The Vice President, Alhaji Dr Mahamudu Bawumia, has emphasised the role of internal auditors in reducing public-sector corruption.
Addressing this year’s Internal Audit Agency (IAA) conference in Accra on Tuesday, he stated that the preventive role of internal auditors had enhanced fiscal discipline and saved the nation millions of cedis.
The Vice-President noted that the government would, therefore, continue to restructure and reposition public-sector internal audit as an important public financial management institution to put public officers on their toes towards observing fiscal discipline in spending public funds.
Auditors in general (both internal and external ones) have been perceived to fuel corruption in the public sector, so it is heart-warming to hear that internal auditors are doing a good job now.
Currently it appears internal auditors face constraints that make it difficult for them to discharge their duties as expected.
It is, therefore, not surprising that the IAA has appealed to Parliament to expedite the passage of the Internal Audit Service Bill to restructure and reposition public-sector internal auditing for improved resource mobilisation and utilisation.
It would be recalled that at its Annual Internal Audit Conference in Accra last year, the IAA called for the repeal of the Internal Audit Agency Act 2003 (Act 658) currently in force, to help restructure the public sector audit and move the agency to become an Internal Audit Service.
The IAA explained that Act 658 had become a significant impediment to the Agency’s role in ensuring well-equipped, independent and objective internal auditors to provide the desired functions in the public sector.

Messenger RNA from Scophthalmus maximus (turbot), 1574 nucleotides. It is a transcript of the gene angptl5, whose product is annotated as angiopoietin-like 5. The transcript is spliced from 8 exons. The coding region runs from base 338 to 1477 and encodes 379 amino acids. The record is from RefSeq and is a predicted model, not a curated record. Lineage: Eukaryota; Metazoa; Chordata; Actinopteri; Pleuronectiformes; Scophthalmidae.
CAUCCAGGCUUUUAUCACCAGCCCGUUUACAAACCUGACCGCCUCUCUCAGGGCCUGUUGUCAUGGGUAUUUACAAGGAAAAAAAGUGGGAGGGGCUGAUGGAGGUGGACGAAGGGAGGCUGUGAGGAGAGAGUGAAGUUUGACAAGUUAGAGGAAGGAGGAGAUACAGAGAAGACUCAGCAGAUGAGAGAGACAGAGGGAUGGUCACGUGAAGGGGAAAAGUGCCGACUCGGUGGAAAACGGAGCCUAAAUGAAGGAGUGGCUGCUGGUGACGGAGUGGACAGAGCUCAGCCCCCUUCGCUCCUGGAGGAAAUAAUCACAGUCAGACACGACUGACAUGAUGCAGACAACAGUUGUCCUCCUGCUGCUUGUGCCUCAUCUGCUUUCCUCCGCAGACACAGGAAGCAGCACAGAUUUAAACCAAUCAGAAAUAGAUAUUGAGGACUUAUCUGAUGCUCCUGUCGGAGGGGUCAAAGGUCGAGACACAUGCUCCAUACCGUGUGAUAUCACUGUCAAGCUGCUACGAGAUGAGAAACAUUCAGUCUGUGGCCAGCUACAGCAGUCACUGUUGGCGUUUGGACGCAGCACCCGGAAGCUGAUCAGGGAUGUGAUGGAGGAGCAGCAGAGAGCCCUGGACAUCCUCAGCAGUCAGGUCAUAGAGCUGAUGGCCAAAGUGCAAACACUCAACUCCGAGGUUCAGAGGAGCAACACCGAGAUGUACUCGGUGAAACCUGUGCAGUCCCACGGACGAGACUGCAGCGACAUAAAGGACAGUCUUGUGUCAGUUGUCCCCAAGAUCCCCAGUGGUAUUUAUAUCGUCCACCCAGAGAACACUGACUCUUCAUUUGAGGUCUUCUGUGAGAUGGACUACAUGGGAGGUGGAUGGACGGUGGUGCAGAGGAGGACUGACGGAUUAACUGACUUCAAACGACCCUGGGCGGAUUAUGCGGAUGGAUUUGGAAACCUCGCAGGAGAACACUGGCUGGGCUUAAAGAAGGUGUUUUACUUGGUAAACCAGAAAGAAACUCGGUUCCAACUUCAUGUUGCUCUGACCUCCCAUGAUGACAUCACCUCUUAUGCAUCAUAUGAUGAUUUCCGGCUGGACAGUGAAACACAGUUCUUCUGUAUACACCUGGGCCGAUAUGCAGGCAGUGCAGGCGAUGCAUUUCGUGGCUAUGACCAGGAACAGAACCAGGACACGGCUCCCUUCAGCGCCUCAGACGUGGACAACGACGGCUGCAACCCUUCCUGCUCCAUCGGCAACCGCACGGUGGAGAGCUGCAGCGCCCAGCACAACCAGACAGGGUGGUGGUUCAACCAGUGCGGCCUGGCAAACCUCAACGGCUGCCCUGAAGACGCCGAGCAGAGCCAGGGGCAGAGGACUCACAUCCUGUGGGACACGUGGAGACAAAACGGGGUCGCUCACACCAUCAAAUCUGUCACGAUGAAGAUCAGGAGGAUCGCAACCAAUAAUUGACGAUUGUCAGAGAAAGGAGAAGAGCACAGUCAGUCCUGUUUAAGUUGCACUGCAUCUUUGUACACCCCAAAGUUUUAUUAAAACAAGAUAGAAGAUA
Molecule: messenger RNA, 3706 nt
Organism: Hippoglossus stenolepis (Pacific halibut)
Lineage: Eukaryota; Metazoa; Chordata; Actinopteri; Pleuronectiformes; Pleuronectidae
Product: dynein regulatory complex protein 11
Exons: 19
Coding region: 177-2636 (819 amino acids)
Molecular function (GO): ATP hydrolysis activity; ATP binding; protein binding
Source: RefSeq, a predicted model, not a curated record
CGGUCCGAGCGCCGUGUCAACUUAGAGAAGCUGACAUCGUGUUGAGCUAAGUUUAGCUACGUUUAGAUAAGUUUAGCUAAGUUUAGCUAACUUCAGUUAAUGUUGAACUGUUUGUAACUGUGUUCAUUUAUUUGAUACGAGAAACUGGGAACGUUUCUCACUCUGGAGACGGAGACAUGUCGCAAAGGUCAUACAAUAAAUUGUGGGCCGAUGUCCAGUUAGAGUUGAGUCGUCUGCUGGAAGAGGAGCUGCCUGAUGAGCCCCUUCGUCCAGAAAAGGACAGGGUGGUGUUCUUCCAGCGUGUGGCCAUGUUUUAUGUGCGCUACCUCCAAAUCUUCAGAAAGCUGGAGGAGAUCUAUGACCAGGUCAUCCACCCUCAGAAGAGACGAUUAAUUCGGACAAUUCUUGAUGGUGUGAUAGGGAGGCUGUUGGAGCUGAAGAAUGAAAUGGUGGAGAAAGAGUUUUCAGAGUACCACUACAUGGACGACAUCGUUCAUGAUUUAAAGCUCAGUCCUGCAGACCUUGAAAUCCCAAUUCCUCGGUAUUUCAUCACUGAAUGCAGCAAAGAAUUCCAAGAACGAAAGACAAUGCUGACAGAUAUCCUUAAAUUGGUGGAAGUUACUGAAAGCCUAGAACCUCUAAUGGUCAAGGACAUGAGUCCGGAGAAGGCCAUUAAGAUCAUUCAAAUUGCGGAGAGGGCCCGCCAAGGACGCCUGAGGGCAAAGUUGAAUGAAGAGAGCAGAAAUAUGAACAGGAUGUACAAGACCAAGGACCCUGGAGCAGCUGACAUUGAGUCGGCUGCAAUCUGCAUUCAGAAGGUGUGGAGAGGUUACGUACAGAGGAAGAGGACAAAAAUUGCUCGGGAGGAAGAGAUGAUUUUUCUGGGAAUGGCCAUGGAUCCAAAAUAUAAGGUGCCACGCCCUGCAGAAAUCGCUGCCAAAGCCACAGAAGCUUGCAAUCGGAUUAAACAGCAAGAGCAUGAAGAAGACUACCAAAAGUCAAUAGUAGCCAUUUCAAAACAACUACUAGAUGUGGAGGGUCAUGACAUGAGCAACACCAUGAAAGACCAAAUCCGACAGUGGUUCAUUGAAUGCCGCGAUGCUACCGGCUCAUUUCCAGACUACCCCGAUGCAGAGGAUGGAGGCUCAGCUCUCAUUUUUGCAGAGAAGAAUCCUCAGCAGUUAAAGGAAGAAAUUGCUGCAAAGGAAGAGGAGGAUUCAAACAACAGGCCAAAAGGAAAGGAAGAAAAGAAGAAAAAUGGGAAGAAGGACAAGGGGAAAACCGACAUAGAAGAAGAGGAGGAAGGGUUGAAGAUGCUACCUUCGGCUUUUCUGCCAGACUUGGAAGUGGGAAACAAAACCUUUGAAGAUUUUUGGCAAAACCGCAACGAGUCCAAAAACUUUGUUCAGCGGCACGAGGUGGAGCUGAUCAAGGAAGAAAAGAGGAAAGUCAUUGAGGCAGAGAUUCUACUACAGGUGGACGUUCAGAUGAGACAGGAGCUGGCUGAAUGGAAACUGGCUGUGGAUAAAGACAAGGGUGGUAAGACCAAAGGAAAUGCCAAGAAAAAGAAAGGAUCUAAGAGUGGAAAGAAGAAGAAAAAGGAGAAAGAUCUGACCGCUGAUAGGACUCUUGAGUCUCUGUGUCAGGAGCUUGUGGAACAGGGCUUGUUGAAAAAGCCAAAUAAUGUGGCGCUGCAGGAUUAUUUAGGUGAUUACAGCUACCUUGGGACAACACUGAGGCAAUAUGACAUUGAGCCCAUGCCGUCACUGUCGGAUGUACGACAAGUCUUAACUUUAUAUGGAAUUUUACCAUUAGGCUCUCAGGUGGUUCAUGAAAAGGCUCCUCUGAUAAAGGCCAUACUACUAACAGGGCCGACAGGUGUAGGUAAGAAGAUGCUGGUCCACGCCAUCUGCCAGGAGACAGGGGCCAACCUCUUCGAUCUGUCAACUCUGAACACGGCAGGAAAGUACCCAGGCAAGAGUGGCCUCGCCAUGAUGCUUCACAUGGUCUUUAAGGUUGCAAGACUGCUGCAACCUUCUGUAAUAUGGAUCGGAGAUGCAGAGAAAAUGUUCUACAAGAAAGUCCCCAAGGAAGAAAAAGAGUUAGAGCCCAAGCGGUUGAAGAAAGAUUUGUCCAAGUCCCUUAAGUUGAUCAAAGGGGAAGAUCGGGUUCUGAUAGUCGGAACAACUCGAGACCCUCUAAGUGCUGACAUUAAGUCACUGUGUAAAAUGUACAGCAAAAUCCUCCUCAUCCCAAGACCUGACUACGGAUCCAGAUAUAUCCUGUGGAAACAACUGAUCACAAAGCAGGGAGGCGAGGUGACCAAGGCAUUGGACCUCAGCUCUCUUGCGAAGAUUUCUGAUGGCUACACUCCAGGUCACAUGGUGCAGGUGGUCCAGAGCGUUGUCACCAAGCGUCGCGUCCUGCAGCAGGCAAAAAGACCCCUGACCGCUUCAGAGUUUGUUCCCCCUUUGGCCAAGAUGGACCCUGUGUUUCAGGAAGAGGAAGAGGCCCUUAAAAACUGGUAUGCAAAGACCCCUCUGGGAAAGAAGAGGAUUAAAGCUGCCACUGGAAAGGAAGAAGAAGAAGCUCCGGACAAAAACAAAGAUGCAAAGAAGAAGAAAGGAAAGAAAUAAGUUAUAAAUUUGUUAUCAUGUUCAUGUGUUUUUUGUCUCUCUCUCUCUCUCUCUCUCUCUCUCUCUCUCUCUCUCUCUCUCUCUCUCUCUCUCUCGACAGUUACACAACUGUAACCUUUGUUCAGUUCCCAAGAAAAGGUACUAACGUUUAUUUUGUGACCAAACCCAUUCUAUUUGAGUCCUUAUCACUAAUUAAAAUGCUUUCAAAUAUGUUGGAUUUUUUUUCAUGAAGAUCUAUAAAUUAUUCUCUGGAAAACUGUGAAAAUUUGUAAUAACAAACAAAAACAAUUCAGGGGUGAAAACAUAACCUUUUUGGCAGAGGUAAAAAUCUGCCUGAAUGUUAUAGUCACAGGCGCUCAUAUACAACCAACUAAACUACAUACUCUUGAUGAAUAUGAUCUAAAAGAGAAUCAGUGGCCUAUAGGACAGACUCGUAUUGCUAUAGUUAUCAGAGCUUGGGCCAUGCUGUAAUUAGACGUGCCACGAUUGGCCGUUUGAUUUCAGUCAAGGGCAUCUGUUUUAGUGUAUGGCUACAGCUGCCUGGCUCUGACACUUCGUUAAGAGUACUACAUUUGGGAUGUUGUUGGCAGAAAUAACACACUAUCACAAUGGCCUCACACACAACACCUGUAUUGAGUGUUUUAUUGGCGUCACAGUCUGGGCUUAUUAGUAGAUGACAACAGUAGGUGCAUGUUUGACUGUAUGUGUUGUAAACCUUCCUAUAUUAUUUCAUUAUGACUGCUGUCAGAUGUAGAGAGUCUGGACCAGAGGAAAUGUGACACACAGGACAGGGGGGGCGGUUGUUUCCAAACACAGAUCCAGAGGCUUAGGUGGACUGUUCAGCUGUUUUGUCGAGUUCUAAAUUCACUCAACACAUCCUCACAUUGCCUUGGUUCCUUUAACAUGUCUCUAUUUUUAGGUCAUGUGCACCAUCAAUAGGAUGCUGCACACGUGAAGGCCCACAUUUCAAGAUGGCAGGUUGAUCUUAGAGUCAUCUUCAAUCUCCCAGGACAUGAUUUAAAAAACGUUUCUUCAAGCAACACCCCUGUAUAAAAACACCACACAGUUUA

It was cited at the conference that since the Chief Executive Officer (CEO) of the public organisation was the boss of the internal auditor, the auditor could not freely write the correct report on his negative activities.
The explanation is that the CEO determines conditions of services, promotion and other welfare items and so can deny the internal auditor the goodies if he writes any bad report on him.
To the IAA, the law an Internal Audit Service will liberate internal auditors, so that they can have that objectivity and the independence to produce the required report, and in addition help them to negotiate their salaries and other conditions of service.
The IAA appeal is not strange because it has precedent in the Audit Service, which was established in 1910 as Audit Department and became Auditor-General’s Department in 1950, before being made the Audit Service in 1969 to accord it proper independence, which is backed by the 1992 Constitution and the Audit Service Act 2000 (Act 584).
It can only take that independence to reinforce the power of internal auditors to help clamp down on payroll fraud and also have the Economic and Organised Crime Office to promptly prosecute individuals and institutions cited for various irregularities in internal audit reports and recover monies lost.
While the Ghanaian Times supports internal auditors in the appeal for an Internal Audit Service with all its benefits, the paper would like to remind them to be guided always by ethics so they can uphold such values as integrity, independence, assertiveness, reliability and good communication skills.
The good result will help to erase the perception that internal auditors and, for that matter, all auditors fuel corruption in the public sector.